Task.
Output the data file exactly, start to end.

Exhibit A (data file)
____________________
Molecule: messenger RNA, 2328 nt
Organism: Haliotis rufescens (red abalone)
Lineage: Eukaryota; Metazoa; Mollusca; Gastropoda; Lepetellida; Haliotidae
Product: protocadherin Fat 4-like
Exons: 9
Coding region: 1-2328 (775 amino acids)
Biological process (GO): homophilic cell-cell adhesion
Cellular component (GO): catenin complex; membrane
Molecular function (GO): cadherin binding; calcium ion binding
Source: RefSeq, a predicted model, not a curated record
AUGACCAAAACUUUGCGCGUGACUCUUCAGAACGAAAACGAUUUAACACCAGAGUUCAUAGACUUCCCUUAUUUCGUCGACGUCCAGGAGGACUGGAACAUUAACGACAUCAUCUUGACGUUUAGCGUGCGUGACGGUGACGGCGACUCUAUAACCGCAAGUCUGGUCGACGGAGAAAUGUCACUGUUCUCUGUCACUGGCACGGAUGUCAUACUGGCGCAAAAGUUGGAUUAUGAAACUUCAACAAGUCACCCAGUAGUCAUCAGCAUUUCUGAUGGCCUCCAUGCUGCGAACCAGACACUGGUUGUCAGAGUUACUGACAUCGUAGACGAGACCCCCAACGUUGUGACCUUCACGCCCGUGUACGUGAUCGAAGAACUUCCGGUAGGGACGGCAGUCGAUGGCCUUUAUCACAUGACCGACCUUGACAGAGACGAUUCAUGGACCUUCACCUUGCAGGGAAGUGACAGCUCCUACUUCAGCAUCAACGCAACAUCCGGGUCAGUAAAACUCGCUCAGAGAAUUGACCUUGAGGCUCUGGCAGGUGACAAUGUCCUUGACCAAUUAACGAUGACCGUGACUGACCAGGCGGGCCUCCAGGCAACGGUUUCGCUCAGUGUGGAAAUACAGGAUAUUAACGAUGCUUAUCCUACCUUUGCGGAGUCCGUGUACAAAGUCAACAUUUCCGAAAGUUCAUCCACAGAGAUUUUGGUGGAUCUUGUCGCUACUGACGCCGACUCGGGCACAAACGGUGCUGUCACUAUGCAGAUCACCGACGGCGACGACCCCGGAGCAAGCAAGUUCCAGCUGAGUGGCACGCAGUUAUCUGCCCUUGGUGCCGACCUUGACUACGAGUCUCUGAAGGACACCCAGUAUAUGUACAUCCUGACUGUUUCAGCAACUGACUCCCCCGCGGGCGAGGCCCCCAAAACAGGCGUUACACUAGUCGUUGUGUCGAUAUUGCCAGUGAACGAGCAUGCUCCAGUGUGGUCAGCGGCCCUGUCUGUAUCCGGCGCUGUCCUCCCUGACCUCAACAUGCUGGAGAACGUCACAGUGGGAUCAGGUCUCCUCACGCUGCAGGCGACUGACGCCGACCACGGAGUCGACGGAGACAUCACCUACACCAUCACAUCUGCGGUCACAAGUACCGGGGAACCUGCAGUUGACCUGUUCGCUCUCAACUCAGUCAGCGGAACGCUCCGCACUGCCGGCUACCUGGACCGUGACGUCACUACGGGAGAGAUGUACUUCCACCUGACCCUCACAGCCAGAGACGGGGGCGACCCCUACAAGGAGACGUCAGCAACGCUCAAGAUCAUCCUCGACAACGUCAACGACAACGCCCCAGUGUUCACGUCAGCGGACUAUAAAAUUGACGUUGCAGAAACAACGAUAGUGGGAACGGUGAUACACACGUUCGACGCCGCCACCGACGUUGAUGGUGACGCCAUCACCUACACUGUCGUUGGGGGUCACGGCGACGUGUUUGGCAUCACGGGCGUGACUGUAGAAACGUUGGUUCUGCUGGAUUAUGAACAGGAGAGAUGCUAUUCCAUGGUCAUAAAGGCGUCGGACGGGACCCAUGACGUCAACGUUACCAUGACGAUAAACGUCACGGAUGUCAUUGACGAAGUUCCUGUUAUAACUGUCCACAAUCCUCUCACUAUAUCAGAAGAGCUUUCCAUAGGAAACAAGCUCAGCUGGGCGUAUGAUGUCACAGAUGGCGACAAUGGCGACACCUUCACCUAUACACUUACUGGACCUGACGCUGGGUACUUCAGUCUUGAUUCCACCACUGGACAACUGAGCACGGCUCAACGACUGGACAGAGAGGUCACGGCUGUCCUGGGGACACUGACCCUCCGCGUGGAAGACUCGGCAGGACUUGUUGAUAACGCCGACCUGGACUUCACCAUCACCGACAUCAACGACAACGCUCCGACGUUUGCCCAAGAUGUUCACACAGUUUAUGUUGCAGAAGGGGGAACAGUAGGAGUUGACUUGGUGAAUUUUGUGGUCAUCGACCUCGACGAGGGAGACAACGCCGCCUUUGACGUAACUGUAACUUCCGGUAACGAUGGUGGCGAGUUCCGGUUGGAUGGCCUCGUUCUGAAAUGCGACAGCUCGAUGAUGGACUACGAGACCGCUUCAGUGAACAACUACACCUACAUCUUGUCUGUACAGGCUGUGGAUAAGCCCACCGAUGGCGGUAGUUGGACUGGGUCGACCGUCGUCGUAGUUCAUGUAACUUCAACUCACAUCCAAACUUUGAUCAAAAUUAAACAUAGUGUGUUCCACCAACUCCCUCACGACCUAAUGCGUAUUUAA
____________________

Molecule: messenger RNA, 2328 nt
Organism: Haliotis rufescens (red abalone)
Lineage: Eukaryota; Metazoa; Mollusca; Gastropoda; Lepetellida; Haliotidae
Product: protocadherin Fat 4-like
Exons: 9
Coding region: 1-2328 (775 amino acids)
Biological process (GO): homophilic cell-cell adhesion
Cellular component (GO): catenin complex; membrane
Molecular function (GO): cadherin binding; calcium ion binding
Source: RefSeq, a predicted model, not a curated record
AUGACCAAAACUUUGCGCGUGACUCUUCAGAACGAAAACGAUUUAACACCAGAGUUCAUAGACUUCCCUUAUUUCGUCGACGUCCAGGAGGACUGGAACAUUAACGACAUCAUCUUGACGUUUAGCGUGCGUGACGGUGACGGCGACUCUAUAACCGCAAGUCUGGUCGACGGAGAAAUGUCACUGUUCUCUGUCACUGGCACGGAUGUCAUACUGGCGCAAAAGUUGGAUUAUGAAACUUCAACAAGUCACCCAGUAGUCAUCAGCAUUUCUGAUGGCCUCCAUGCUGCGAACCAGACACUGGUUGUCAGAGUUACUGACAUCGUAGACGAGACCCCCAACGUUGUGACCUUCACGCCCGUGUACGUGAUCGAAGAACUUCCGGUAGGGACGGCAGUCGAUGGCCUUUAUCACAUGACCGACCUUGACAGAGACGAUUCAUGGACCUUCACCUUGCAGGGAAGUGACAGCUCCUACUUCAGCAUCAACGCAACAUCCGGGUCAGUAAAACUCGCUCAGAGAAUUGACCUUGAGGCUCUGGCAGGUGACAAUGUCCUUGACCAAUUAACGAUGACCGUGACUGACCAGGCGGGCCUCCAGGCAACGGUUUCGCUCAGUGUGGAAAUACAGGAUAUUAACGAUGCUUAUCCUACCUUUGCGGAGUCCGUGUACAAAGUCAACAUUUCCGAAAGUUCAUCCACAGAGAUUUUGGUGGAUCUUGUCGCUACUGACGCCGACUCGGGCACAAACGGUGCUGUCACUAUGCAGAUCACCGACGGCGACGACCCCGGAGCAAGCAAGUUCCAGCUGAGUGGCACGCAGUUAUCUGCCCUUGGUGCCGACCUUGACUACGAGUCUCUGAAGGACACCCAGUAUAUGUACAUCCUGACUGUUUCAGCAACUGACUCCCCCGCGGGCGAGGCCCCCAAAACAGGCGUUACACUAGUCGUUGUGUCGAUAUUGCCAGUGAACGAGCAUGCUCCAGUGUGGUCAGCGGCCCUGUCUGUAUCCGGCGCUGUCCUCCCUGACCUCAACAUGCUGGAGAACGUCACAGUGGGAUCAGGUCUCCUCACGCUGCAGGCGACUGACGCCGACCACGGAGUCGACGGAGACAUCACCUACACCAUCACAUCUGCGGUCACAAGUACCGGGGAACCUGCAGUUGACCUGUUCGCUCUCAACUCAGUCAGCGGAACGCUCCGCACUGCCGGCUACCUGGACCGUGACGUCACUACGGGAGAGAUGUACUUCCACCUGACCCUCACAGCCAGAGACGGGGGCGACCCCUACAAGGAGACGUCAGCAACGCUCAAGAUCAUCCUCGACAACGUCAACGACAACGCCCCAGUGUUCACGUCAGCGGACUAUAAAAUUGACGUUGCAGAAACAACGAUAGUGGGAACGGUGAUACACACGUUCGACGCCGCCACCGACGUUGAUGGUGACGCCAUCACCUACACUGUCGUUGGGGGUCACGGCGACGUGUUUGGCAUCACGGGCGUGACUGUAGAAACGUUGGUUCUGCUGGAUUAUGAACAGGAGAGAUGCUAUUCCAUGGUCAUAAAGGCGUCGGACGGGACCCAUGACGUCAACGUUACCAUGACGAUAAACGUCACGGAUGUCAUUGACGAAGUUCCUGUUAUAACUGUCCACAAUCCUCUCACUAUAUCAGAAGAGCUUUCCAUAGGAAACAAGCUCAGCUGGGCGUAUGAUGUCACAGAUGGCGACAAUGGCGACACCUUCACCUAUACACUUACUGGACCUGACGCUGGGUACUUCAGUCUUGAUUCCACCACUGGACAACUGAGCACGGCUCAACGACUGGACAGAGAGGUCACGGCUGUCCUGGGGACACUGACCCUCCGCGUGGAAGACUCGGCAGGACUUGUUGAUAACGCCGACCUGGACUUCACCAUCACCGACAUCAACGACAACGCUCCGACGUUUGCCCAAGAUGUUCACACAGUUUAUGUUGCAGAAGGGGGAACAGUAGGAGUUGACUUGGUGAAUUUUGUGGUCAUCGACCUCGACGAGGGAGACAACGCCGCCUUUGACGUAACUGUAACUUCCGGUAACGAUGGUGGCGAGUUCCGGUUGGAUGGCCUCGUUCUGAAAUGCGACAGCUCGAUGAUGGACUACGAGACCGCUUCAGUGAACAACUACACCUACAUCUUGUCUGUACAGGCUGUGGAUAAGCCCACCGAUGGCGGUAGUUGGACUGGGUCGACCGUCGUCGUAGUUCAUGUAACUUCAACUCACAUCCAAACUUUGAUCAAAAUUAAACAUAGUGUGUUCCACCAACUCCCUCACGACCUAAUGCGUAUUUAA